Date of Award
Selective Evidence-Based Medicine Review
Master of Science in Health Sciences - Physician Assistant
Physician Assistant Studies
John Cavenagh, MBA, PhD, PA-C
OBJECTIVE: The objective of this selective EBM review is to determine whether or not nebulized hypertonic saline solution reduces hospital admission rates when compared to nebulized normal saline solution in children less than or equal to 24 months of age diagnosed with acute bronchiolitis in the emergency department setting.
STUDY DESIGN: Systematic review of three randomized, double-blind, placebo controlled trials in the English language all published in 2014.
DATA SOURCES: Data sources obtained for this review were articles published in peerreviewed journals found using PubMed Database.
OUTCOMES MEASURED: The outcome measured was hospital admission rate. Hospital admission rate is calculated as the number of patients requiring inpatient hospitalization divided by the total number of patients randomized.
RESULTS: Three double-blind randomized, controlled trials were included and analyzed in this review. The study by Wu et al showed a statistically significant reduction (p=0.01) in hospital admission rate with the administration of nebulized hypertonic saline compared to nebulized normal saline with a number needed to treat (NNT) of 9. The second study by Jacobs et al showed a decrease in admission rate with hypertonic saline that was not statistically significant compared to control. The third study by Florin et al showed a slight increase in hospital admission rate with the use of nebulized hypertonic saline compared to control that was not statistically significant.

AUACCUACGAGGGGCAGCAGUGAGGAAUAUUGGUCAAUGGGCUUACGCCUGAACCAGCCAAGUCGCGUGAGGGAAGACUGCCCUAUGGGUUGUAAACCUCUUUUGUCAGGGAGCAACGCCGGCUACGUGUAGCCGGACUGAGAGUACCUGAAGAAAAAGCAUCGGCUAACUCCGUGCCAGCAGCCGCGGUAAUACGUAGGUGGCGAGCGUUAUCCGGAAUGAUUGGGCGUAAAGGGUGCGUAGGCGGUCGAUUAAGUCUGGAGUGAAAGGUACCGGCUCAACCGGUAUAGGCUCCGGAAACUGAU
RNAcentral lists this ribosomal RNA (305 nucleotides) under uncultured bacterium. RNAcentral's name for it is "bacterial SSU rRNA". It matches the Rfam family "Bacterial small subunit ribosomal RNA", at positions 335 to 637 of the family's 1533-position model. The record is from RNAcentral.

CONCLUSIONS: The results of the randomized, controlled trials were conflicting. Future study is warranted to evaluate the efficacy of hypertonic saline in reducing hospital admission rate.
Alecxih, Korie, "Does Nebulized Hypertonic Saline Solution Decrease Hospital Admission Rates When Compared to Nebulized Normal Saline in Children Less Than or Equal to 24 Months Old With Bronchiolitis?" (2016). PCOM Physician Assistant Studies Student Scholarship. 264.